If your CRM was once an island occupied only by your sales team, that's absolutely no longer the case.
In the last few years, the CRM has evolved far beyond being just a tool for contact management. That's still a core function, sure, but the CRM now has something for every team and individual in your organization.
When used most effectively, CRM software is the heart of every software stack. It's the place where data is centralized, teams collaborate, and the most enriched view of every contact is developed.
It has become the most integrated, collaborative, and accessible tool in an organization.
But how about your sales strategy? Has it also evolved to become more integrated and collaborative with your wider organization?
Let's look closer at how CRM has changed and how your sales strategy can keep up.
The Evolution of the CRM
Once upon a time, the only way to know how your customers were doing or if prospects were ready to buy your product or service was to chat with them directly – face-to-face, over the phone, or eventually via email.
Organized businesses had a ledger or Rolodex to note down customer information, and with time these might have become spreadsheets.
This could have been a functional strategy if you had just a few customers. But as your business scaled and complexity grew, it was a recipe for a lot of headaches and very little free time.
But it wasn't until cloud technology was on the rise that CRM made giant leaps forward. Not only did this generate huge cost reductions and make CRM accessible for all types of businesses, but it also enabled organizations to instantly update customer data on multiple devices and access the system anywhere.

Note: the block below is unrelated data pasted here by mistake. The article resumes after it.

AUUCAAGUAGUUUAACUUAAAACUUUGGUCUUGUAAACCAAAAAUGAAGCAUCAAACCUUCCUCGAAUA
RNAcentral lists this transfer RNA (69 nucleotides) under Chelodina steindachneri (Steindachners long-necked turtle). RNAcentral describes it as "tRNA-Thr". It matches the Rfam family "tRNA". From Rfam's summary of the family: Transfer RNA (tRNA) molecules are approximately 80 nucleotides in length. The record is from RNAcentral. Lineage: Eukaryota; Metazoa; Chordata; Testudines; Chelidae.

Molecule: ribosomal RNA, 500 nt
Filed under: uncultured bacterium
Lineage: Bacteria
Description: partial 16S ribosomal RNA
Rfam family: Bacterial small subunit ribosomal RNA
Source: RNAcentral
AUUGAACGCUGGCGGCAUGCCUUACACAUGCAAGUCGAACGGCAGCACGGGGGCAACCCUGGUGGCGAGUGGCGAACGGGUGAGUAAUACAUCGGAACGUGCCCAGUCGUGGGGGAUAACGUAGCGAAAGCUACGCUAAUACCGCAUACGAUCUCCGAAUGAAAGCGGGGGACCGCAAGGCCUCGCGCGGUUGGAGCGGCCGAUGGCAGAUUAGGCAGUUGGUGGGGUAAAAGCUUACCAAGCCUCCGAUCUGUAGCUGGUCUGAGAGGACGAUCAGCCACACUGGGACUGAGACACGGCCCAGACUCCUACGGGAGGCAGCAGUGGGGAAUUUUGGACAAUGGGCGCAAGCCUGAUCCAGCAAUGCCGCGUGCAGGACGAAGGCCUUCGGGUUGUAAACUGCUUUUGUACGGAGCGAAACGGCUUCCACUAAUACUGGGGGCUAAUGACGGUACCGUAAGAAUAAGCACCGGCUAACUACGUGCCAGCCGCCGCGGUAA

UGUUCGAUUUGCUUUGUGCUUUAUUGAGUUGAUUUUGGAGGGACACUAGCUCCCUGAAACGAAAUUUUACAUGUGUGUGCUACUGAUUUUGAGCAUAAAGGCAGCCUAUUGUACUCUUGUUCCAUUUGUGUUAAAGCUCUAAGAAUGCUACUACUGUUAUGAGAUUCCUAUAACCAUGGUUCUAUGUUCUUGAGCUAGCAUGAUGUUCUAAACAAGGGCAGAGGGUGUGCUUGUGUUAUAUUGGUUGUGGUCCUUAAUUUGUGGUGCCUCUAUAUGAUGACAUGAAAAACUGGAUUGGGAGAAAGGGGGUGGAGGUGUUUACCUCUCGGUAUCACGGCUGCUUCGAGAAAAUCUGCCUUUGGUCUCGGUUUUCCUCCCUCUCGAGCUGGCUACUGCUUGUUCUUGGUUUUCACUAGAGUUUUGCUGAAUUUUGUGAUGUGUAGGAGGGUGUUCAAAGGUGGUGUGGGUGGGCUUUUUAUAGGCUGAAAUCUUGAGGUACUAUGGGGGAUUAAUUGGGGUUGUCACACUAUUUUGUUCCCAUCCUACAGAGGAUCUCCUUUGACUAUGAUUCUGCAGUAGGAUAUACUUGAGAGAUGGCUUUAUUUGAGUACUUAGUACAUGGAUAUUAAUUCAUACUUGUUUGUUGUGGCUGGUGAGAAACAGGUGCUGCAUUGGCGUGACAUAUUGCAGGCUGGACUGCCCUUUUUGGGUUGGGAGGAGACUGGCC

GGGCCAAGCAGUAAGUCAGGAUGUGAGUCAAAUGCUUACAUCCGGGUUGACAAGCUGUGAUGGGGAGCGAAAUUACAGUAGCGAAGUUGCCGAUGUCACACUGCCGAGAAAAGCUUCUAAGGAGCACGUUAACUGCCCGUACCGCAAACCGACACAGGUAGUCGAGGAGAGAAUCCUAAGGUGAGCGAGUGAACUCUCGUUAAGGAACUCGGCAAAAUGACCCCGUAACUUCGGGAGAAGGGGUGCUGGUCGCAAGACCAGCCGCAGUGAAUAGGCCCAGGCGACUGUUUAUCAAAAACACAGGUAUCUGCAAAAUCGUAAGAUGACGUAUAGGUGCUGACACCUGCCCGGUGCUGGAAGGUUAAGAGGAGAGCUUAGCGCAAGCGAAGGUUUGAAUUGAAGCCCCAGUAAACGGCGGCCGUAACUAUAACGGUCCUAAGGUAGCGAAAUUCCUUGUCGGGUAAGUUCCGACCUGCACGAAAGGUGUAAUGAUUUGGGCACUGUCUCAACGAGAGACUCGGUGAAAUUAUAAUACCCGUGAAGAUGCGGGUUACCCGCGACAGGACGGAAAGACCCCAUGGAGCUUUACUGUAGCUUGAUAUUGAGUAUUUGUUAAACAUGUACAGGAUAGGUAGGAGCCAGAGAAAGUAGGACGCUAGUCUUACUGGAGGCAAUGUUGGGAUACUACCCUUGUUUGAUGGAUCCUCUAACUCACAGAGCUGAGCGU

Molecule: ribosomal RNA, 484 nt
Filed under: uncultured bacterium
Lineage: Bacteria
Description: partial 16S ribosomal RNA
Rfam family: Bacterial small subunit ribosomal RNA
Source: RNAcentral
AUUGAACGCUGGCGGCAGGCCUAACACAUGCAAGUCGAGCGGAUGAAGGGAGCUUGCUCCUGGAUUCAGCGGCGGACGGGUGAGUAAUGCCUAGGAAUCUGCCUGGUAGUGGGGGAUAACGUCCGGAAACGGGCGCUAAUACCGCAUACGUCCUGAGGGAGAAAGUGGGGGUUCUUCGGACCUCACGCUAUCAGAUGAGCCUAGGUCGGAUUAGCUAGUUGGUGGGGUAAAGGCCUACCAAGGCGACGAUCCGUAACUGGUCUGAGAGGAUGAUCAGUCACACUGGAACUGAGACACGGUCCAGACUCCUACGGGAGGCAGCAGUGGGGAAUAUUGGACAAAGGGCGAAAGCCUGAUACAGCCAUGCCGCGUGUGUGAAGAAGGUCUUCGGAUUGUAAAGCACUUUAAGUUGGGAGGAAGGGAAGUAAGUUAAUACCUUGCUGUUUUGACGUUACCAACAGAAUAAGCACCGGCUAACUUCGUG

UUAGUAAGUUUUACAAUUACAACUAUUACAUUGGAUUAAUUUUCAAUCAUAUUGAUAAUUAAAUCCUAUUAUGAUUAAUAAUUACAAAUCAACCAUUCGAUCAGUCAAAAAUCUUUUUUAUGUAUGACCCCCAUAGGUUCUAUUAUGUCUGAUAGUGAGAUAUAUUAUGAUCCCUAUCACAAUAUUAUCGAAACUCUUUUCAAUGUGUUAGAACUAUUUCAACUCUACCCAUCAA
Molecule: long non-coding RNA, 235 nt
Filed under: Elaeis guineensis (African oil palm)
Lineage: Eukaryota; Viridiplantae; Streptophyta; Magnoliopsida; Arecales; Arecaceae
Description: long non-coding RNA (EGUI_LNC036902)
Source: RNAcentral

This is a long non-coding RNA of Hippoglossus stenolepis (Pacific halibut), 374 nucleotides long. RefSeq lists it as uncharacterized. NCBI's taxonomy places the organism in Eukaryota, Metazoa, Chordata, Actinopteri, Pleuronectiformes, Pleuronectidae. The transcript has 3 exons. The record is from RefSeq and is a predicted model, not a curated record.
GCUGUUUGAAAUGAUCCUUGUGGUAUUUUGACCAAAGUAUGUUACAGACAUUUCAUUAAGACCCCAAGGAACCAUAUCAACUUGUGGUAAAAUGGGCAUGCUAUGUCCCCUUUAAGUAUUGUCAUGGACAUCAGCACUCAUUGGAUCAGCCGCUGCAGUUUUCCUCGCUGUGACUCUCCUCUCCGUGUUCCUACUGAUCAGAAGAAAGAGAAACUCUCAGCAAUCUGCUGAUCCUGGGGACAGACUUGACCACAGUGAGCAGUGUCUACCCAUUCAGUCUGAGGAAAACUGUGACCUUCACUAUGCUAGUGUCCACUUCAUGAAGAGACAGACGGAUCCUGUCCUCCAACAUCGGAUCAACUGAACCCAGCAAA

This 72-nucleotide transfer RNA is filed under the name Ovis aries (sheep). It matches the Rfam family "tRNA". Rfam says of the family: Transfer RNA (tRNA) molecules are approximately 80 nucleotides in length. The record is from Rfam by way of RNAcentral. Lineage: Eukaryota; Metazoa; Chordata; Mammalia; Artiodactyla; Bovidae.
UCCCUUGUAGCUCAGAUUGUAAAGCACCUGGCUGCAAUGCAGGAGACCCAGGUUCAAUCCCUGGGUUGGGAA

In the last few years, the main changes to the CRM haven't necessarily been around contact management. The best CRMs have evolved to integrate the CRM with every area of an organization, make it more collaborative, and offer something for everyone.
How CRM Impacts Every Team
Salespeople have traditionally been the core users of CRMs, and it's still the software they use most in their work to manage contacts on their journey toward and beyond conversion. However, CRM has much more to offer sales beyond effective contact management.
Sales teams can use CRM systems to:
Manage the complete sales pipeline
Track deals at every stage and automate tasks
Get automated insights on every contact and company record
Track emails and automate follow-ups
Enable prospects to schedule meetings in their calendar
However, the CRM now plays a role before a lead even gets to sales. Marketers can fill the CRM with valuable data by creating forms that enrich contact records, collecting and interacting with leads via live chat and bots, sending personalized emails at the right time, and automatically collecting engagement data.
This means the moment a lead becomes sales-qualified, your sales reps won't be dealing with a ghost. They will know who they are, their communication preferences, and background information about their business, goals, and pain points.
If marketing prepares the CRM for sales, then sales populates the CRM with the background information customer service needs to do their best work. Service specialists can then use the CRM to view support tickets in tandem with contact records, know the full story for every inquiry, and keep all the right people up-to-date.
Meanwhile, operations managers can use the CRM to implement seamless and data-driven processes by connecting apps via third-party or native integrations, automating tasks based on deal stage or contact actions, and instantly distributing leads.